A man shows off his tickets on his way to Wembley Stadium. (Photo: Reuters)

Equally, the VIP list did not sacrifice much and had everything to gain by association. In contrast, Kalpesh bhai lost a day’s wage, Jignesh bhai pulled in a sick leave and both were among the hoi polloi backbenchers who cheered every dialogue, clapped every time Modi paused for effect and would go back to their lives with not one dime of the £9 billion deals initiated by Modi.

Unlike, Gaurav, many who belong to this school of thought grew up in Gujarat and believe Modi delivered amazing things during his chief ministership. I asked, if things were so amazing, why admire them over a month-long vacation every few years and not move there?

Modi as the Salesman of Hope

Prime Minister Narendra Modi arrives in UK. (Photo: PTI)
Prime Minister Narendra Modi arrives in UK. (Photo: PTI)

Again, the logic wavers, if not the afterglow of the Modi performance. For some it is the purchasing power of the pound. But as PM, if Modi has his way as he told us in the election campaign, wouldn’t that advantage be withered away soon, notwithstanding the exchange rate today?

For others, whilst the physical infrastructure changed in Gujarat under Modi, a social infrastructure which was tethered to the past, made life tough compared to Britain. I go for the jugular: wasn’t a decade sufficient to change the behaviour of the tehsildar, the SHO, the RTO clerk and others of this ilk who they felt made life difficult in India?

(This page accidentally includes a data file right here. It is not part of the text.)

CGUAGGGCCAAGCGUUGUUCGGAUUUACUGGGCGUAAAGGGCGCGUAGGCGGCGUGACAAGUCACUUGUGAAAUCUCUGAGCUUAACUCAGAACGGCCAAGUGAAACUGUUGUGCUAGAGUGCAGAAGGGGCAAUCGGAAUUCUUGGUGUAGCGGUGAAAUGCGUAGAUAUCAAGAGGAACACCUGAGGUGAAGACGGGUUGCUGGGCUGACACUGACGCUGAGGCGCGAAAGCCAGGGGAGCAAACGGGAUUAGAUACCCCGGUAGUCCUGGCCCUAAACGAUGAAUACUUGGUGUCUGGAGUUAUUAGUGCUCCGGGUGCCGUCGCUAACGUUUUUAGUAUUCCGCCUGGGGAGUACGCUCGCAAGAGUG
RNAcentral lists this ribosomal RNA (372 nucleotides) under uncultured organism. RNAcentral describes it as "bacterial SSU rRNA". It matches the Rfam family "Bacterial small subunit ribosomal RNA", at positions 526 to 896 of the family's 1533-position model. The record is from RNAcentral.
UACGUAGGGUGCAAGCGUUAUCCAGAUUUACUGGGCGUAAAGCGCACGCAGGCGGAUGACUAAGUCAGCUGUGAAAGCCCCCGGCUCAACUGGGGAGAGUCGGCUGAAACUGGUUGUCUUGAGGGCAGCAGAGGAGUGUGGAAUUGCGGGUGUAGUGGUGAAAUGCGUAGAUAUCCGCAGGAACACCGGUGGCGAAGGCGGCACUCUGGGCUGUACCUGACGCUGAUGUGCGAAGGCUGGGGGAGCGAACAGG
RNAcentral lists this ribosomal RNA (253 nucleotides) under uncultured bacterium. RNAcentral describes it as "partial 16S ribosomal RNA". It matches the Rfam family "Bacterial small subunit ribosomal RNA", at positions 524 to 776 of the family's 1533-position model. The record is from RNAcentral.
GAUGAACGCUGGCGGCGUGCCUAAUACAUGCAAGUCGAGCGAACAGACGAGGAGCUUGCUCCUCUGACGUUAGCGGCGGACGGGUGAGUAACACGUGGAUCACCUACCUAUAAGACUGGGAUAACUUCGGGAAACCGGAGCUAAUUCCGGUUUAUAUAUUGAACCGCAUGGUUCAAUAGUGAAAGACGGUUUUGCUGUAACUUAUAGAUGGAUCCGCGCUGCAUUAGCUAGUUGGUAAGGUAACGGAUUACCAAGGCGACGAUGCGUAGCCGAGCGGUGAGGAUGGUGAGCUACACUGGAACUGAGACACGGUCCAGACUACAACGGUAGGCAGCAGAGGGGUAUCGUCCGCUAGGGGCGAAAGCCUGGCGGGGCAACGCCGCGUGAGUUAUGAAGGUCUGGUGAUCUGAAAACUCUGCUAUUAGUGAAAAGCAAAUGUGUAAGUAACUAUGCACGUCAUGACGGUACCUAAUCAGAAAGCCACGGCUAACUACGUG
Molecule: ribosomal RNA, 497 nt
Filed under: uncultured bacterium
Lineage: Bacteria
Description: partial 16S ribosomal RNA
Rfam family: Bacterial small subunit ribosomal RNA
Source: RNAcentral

Obviously 60 years of Congress rule cannot be undone in 10 years. Clearly, the ineptitude of the Congress, amongst this segment, can be marshalled to ring fence Modi. And, Modi as the salesman of hope is indeed fortunate as any warranty breaches would always be claimed against the competitor brand, the Congress.

Supporters of PM Modi at 10 Downing Street. (Photo: Reuters)
Supporters of PM Modi at 10 Downing Street. (Photo: Reuters)

Ultimately, many non-VIP listers who made it to Wembley, were simple, hard-working people who could afford to give Modi a long rope, rather a very long rope to go about his schemes. For many of them 60 years of Congress rule was the reason why they remain in Britain.

They will allow Modi an unchallenged reign to bring long-term reform through saam, daam, dand or bhed unhesitatingly. And while, Modi is at this task, whose final outcome I dare say many of this group have mentally checked out of, periodic participation at Modi melas such as Wembley is like a spa treatment for their minds. Temporary endorphin release. And once you have left the stadium and gone back to your day job, it is a distant but pleasurable memory.

This is the view I get, on the surface, of the Modi show in Wembley. Ultimately, pugilists locked in combat in Muay Thai rings attract loud cheers while on, but not so much by way of post-match post-mortems. For chess contests it is the other way around. That in short was the attitude of the diaspora at the end of the Wembley show, no matter what brought them there, they all left the same way.

(The writer is a London-based lawyer.)